With regard to the question of manufacture, the Professor believes it will be found that there is much yet to be learned both in oheese and butter-making. To attain the most profitable results there is no doubt that the farmer will have to further improve his cattle, and feed them with the utmost care ; while the dairyman will see the necessity of using every means which science and practice afford to enable him to extract all the cream from the milk and all the batter from the cream, as well as to make, salt, pack, and ship the butter in the most perfect manner. With regard to cheese the case is not so immediately hopeful. Professor Long has been unable to find, either in the various reports with which he has been furnished from different sources, or in the samples of cheese he has examined, or in the evidence of gentlemen employed in London in tie New Zealand trade, that the highest class of Cheddar cheese is really made in the colony to any extent, To make such cheese and ship it successfully is vitally important, for success cannot be attained by any other means. He believes that if two or three expert makers were sent to New Zealand with the object of giving lessons in the farmhouses, dairies, and factories, showing by actual demonstration how the work should be done, and, at the same time, explaining the reasons for each process, and showing in

plan has succeeded in Scotland, and many prize-takers owe their entire success to a short course of practical instruction, Ihe first point would be to make a cheese properly : the second, to ascertain the best mode of shipping it with success, lie recommends that the Government should undertake both matters, the provision ol teachers and a series of simple experiments in the transmission of butter and cheese of various ages, packed in different ways, and shipped in rooms at different temperatures, in accordance with suggestions which he subsequently throws He oilers to undertake to obtain the assistance of two or three experts with the view of meeting consignments of this kind, and of both testin„ and valuing each sample. Although butter and Ghcddai clictsc aio the staple dairy produce of the colony, I rofessor Long believes that any stimulus given to subsidiary industries, such as condensed milk and cheese of other varieties, will be well rewarded in time. A certain « un J^ ' of makers, possibly few, would be induced to commence, and in such a country they would be the pioneers overcoming diflienlties and laying the foundation of other branches of dairying, which would not only relieve the great’ tatter ..d Cheddar chee.e producers, but probably net greater profits than are now obtained by the manufacture of those goods. He also thinks that much might be done, and at a comparatively small cost, by the purchase of stock dairy cattle in England for the use of the New Zealand farmer, and by the establishment of an experiment station. The dairy farmers of the Continent have received immense benefit from the experiment station. It has solved many a problem and unravelled many a difficult question which had been a source of unceasicg loss. He offers, if necessary, to forward plans and descriptions of the best of these stations, which are conducted at a cost of merely a few hundred pounds per annum. Lastly he recommends the opening m this country of shops for the sale of New Zealand dairy produce. Danish shops for the like purpose have been opened in all parts ot this country and are increasing and thriving, and he sees no reason why New Zealand shops should not do the same. The Professor then proceeds to give a number of detailed suggestions in regard to butter and cheese-making, to which, ot course, I can only make the briefest allusion in the space at my disposal. The surest method of making a sample butter of high quality, and one that will keep, as well as butter can keep under such conditions as those imposed by refrigeration, until its arrival in the English market, is to rigidly carry out a system of washing the fine grains of butter in the churn with pure cold water. In regard to the manufacture of condensed milk, he considers that there is yet a great deal to be learned in the colony. Last winter lie received a sample of New Zealand condensed milk, which, although perfectly wholesome and agreeable to the taste, was certainly not marketable in England. _ It was solid and gelatinous instead of being creamy ana liquid. He considered there is every reason why this industry should become a paying one, because in New Zealand the maker of condensed milk has the advantage of being able to purchase his milk at a much lower price than is possible in England, and indeed at a lower price than is now paid to the Swiss farmer. It is true that the cost of sugar is dearer there than in England, but this difficulty might be met by the Government allowing a drawback upon tfn and sugar, as is done in the United States. In regard to the manufacture of Cheddar cheese, which is the variety most in demand in this country, he finds it difficult to describe the exact nature of the article required by the British cheese merchant, and therefore proposes that samples, not only of Cheddar, but of other varieties of cheese, such as Stilton and Gongonzola, should be sent out to New Zealand in order to convey more accurate information to those who are engaged in the industry, and who will be able to examine them and form their own judgment. He strongly recommends New Zealand farmers to try their hands at Stilton cheese, and has little doubt that it could be made in the colony quite easily as in Leicestershire, and he entertains the same opinion in respect to Gongonzola. An important part of the report sets out the opinions upon New Zealand dairy produce of the various agents for the colony in this country. Professor Long quotes the views of the New Zealand Loan and Mercantile Agency, Messrs Samuel Page and Sons, Messrs Reynolds, Sons, and Co., Messrs Thomas Nesbitt and Co,, Messrs Wheeler, Bennet, and Co., Mr W. Hart, of Birmingham; Messrs W. A. Watkins and Co., of Birmingham; and Messrs Crowson, a leading firm of cheese factors. The points chiefly insisted upon by these gentlemen are uniformity of quality, color, packing, and weight, and in the case of the cheese uniformity of size. They give it as their opinion that the colonists have made great strides in the direction of improvement, though much remains to be done. They recommend that the butter should be sent in refrigerators, and the cheese in cool chambers. One of the dealers says that New Zealand cheese is often sold as American. Professor Long lays great stress upon the necessity of improving the quality of the colonial cattle, and he is of opinion that the Government of the could do no greater service to the agricultural community than to purchase a small number of carefully selected animals of the dairy Shorthorn and the Ayrshire breeds, for the purpose of improving the milking properties of New Zealand cattle.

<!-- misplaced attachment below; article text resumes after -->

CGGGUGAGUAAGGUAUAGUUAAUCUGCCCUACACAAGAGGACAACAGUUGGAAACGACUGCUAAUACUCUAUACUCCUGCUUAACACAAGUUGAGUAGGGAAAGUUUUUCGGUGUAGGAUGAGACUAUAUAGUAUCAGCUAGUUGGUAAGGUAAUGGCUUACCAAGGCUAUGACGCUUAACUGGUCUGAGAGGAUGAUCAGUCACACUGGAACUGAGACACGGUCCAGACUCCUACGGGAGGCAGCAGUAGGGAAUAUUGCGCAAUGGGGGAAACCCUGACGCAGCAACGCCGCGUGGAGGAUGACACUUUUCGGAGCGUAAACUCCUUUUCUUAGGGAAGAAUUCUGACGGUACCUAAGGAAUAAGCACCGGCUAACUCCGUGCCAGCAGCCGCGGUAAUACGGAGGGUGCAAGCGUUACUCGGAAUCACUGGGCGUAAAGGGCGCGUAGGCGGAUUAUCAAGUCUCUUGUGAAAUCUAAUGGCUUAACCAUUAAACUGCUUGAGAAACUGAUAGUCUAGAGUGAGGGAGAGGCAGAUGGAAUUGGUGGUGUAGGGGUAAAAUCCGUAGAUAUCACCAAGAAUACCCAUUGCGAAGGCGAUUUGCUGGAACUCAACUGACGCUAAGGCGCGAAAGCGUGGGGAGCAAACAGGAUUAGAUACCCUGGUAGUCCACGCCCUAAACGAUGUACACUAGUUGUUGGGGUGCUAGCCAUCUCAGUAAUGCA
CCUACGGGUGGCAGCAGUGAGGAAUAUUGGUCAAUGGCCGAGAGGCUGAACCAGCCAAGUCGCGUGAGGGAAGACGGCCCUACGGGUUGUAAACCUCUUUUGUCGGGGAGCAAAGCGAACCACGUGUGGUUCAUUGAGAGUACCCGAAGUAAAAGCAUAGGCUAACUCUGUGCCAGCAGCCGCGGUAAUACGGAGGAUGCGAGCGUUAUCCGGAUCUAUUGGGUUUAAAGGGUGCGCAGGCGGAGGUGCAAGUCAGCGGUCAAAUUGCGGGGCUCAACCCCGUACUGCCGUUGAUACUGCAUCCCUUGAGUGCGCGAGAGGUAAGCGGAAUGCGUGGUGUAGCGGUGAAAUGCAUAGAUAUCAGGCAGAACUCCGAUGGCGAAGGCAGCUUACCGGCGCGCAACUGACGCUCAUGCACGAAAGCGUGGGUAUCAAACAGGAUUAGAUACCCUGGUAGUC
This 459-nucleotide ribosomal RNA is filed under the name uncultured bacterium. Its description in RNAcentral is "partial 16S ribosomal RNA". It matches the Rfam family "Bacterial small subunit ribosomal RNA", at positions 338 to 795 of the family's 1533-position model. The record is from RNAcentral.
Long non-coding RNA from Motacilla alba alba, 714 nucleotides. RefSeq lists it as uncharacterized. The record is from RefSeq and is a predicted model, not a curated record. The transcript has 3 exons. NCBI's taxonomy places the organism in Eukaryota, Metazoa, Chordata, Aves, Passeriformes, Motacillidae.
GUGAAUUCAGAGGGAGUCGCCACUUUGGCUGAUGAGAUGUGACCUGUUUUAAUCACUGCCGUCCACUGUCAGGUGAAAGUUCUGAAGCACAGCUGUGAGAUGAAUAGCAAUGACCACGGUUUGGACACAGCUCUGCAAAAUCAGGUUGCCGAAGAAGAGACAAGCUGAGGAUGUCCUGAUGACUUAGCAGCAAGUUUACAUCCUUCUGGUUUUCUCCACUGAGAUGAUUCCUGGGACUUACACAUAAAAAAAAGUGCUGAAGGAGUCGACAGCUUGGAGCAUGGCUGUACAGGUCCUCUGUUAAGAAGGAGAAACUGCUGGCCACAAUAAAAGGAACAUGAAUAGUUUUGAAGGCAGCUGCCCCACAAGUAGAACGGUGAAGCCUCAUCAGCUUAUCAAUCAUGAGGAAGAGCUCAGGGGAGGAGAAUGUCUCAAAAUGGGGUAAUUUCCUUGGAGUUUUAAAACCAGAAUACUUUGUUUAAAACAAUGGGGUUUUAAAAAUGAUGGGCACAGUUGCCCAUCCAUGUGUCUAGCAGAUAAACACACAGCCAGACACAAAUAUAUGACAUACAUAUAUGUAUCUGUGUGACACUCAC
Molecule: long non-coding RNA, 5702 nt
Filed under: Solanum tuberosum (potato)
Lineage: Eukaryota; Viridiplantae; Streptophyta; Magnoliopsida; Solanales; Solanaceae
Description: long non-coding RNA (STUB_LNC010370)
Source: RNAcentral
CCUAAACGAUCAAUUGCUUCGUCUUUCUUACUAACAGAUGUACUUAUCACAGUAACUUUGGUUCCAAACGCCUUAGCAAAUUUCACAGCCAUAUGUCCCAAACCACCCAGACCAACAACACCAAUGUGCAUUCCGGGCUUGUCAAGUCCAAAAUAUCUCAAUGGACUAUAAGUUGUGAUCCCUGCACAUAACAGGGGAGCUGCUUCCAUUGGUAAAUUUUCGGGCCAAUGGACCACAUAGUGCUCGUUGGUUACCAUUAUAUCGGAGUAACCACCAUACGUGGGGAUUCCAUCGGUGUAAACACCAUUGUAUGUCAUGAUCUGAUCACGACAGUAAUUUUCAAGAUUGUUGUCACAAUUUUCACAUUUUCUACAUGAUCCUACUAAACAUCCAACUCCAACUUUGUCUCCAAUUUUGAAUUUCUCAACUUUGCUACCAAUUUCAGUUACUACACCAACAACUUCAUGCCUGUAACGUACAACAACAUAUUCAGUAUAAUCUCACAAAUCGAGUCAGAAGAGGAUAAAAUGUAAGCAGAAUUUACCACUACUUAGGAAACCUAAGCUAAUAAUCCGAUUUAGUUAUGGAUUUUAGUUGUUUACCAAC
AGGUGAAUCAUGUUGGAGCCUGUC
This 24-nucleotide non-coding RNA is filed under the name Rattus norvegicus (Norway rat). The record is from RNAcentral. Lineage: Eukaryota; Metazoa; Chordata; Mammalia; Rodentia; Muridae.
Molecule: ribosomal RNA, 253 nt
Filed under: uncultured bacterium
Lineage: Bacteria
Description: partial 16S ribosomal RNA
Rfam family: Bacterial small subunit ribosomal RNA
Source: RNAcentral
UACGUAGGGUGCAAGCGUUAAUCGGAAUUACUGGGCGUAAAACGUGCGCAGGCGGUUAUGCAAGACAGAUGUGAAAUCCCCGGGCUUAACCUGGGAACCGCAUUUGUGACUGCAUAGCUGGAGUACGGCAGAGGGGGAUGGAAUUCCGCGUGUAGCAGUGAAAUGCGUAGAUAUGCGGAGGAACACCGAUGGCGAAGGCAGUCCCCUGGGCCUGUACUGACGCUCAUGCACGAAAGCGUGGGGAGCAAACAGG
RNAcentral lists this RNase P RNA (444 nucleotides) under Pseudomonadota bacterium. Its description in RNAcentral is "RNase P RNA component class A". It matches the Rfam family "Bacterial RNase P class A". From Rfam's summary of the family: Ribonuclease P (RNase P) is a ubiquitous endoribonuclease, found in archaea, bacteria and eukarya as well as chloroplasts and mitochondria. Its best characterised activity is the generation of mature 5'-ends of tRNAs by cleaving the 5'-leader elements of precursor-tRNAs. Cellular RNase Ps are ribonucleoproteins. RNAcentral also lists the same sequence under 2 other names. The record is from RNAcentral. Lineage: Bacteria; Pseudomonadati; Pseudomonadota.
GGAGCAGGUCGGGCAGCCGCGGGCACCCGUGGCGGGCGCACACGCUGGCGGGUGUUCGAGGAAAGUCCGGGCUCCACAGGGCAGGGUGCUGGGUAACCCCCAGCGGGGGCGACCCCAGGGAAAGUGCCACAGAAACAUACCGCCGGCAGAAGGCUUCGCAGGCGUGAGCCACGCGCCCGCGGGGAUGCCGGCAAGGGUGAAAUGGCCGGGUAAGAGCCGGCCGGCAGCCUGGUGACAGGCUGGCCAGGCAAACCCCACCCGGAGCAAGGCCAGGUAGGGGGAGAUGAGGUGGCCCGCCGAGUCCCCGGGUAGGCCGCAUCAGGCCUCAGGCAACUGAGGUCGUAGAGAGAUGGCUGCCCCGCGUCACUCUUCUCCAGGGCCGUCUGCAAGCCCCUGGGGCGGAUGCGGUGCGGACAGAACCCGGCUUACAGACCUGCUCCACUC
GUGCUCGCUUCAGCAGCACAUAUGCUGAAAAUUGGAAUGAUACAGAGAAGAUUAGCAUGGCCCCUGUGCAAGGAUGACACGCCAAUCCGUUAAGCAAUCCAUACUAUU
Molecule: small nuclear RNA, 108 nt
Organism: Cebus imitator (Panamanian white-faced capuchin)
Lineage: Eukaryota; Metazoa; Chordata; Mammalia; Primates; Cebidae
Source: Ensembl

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OUR DAIRY INDUSTRY., Issue 7924, 4 June 1889

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OUR DAIRY INDUSTRY. Issue 7924, 4 June 1889